Pferdzwackür: Buy This Experience

Consider yourself when you aim to be amused or otherwise moved by a performance. You sit back. The expression on your face says “entertain me.” You are passive; you let it wash over you, whether the _it_ is actors on the stage, or television characters, or whatever. If you grow bored you can turn it off, or look down and examine your cuticles, or yawn loudly.

Now consider yourself facing a very different kind of performance: someone trying to sell you something. Much is the same. They clamor for your attention. You may or may not be amused. But the stakes are raised, because the seller, unlike an actor, has a very concrete goal in mind (for you to buy something) instead of the nebulous goal of entertaining you, and you have a concrete choice (whether to spend) instead of a nebulous one (whether to Be Entertained).

You could say that “Pferdwackür’s Vampire Nutcracker”: is about taking these two types of performance and smashing them headlong into each other. But the play is far more subtle and weird than a bland critique of American consumerism, or even a wry commentary on it, because the actors _actually want you to buy things_. If you show up at any of the remaining performances this weekend — and you should — it’ll be fun, but it’ll also force you to choose whether to spend real money for a jar of Frabjous Elixir or a fuzzy knockoff of the Book of Secrets. You will have to decide whether you are being entertained, or hucksterized, or both. In a way I’m diluting the experience by telling you about it in advance, but I knew what was coming when I sat down and it was still a peculiar, engaging experience.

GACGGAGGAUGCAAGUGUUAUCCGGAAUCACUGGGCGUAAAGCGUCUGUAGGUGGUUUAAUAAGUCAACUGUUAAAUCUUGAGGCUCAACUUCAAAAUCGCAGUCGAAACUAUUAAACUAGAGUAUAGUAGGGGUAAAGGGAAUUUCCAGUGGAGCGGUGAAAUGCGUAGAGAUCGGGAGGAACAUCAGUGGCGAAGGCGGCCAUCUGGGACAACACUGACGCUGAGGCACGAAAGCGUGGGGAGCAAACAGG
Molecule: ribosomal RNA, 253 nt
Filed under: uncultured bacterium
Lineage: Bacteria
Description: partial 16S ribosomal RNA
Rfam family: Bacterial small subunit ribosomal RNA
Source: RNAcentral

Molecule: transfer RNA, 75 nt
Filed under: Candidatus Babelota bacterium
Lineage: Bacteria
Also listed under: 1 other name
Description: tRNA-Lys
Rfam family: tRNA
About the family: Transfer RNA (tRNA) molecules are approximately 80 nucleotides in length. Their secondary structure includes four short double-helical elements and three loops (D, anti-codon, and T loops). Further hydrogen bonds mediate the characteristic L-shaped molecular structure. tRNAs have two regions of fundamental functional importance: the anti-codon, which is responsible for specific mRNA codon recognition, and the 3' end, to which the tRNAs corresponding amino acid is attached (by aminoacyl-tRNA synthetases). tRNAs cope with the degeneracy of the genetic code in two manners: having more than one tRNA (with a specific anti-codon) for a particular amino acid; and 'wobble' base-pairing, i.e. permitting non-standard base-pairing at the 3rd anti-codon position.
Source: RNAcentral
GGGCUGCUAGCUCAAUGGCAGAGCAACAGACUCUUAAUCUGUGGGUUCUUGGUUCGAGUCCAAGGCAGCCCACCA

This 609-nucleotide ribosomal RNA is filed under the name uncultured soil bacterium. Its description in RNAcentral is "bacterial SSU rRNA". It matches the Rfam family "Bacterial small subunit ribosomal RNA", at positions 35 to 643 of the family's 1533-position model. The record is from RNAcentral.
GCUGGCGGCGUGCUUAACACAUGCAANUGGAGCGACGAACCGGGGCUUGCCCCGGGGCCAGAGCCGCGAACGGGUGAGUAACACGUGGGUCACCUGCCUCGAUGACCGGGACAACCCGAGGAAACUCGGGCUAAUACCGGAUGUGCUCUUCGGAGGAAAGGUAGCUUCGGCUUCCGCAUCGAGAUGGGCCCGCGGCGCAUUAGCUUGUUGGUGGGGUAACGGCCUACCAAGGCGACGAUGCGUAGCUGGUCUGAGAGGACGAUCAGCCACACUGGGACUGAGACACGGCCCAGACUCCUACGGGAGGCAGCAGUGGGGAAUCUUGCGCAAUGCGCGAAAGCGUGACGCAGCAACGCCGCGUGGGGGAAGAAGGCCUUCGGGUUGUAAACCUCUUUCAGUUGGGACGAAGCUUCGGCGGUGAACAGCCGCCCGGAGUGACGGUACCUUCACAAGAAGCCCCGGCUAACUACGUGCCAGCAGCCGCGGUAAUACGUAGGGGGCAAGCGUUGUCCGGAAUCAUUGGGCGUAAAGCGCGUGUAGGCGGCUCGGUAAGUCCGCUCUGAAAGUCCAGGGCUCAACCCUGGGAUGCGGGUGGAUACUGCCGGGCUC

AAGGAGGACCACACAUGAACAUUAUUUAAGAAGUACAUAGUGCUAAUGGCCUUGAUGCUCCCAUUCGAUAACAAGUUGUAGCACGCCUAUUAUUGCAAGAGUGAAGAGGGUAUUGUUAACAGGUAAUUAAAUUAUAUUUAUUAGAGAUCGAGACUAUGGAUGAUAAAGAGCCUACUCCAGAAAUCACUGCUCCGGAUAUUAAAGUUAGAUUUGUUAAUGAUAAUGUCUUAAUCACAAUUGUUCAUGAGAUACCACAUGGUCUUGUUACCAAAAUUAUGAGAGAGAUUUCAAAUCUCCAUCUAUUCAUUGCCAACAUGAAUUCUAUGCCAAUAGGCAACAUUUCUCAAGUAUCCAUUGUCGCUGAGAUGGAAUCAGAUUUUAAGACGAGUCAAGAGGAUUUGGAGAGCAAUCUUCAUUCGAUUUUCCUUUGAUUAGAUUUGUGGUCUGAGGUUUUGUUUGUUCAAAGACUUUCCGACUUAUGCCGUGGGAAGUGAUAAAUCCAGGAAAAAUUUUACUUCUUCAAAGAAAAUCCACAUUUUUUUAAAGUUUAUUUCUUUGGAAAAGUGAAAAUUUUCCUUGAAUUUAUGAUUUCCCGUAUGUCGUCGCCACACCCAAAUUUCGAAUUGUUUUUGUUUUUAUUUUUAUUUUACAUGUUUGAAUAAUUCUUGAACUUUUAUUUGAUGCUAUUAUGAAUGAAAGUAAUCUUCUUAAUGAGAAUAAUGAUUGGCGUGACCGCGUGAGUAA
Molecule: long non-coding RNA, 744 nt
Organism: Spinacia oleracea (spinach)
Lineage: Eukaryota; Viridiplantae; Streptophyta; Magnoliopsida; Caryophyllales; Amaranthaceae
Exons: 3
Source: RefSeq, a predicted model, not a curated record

As to what the play is actual _about_, well, that’s hard to describe. The gaudy but gorgeous costumes, the green plumes of Seussian trees, and the gimcrackery of the 200 Machine will all resonate with anyone familiar with Matt Sahr’s other work: the surreal dance of Voice in Head, perhaps, or the adventures of the Candyman and Mr. Pointy. The plot, such as it is, revolves around Clod’s attempts to rescue his sister from a vampire that may or may not exist and may or may not be her real problem. Four fine young actors flit deftly among ten or so different roles. You’ll have to pay close attention to catch every nuance of the avalanche of words that the characters utter, but even when you find yourself completely lost to Sense, as it were, you can rest assured that there will always be Spectacle. For sheer delight, it’s hard to match a play where both stage and audience get inundated in a sea of bouncy rubber balls.

I suppose it’s in keeping with the play that I pass along a Helpful Consumer Tip: if you’re only going to buy one thing, buy yourself a Rubber Voodoo Man. The accompanying documentation is well worth the price all by itself.

So, to review: if you live in the area, you’re heading over to the “Baltimore Theatre Project”: this weekend, Thursday-Saturday at 8:00, or Sunday at 3:00. Have a fine time, and whatever you do, don’t open the box.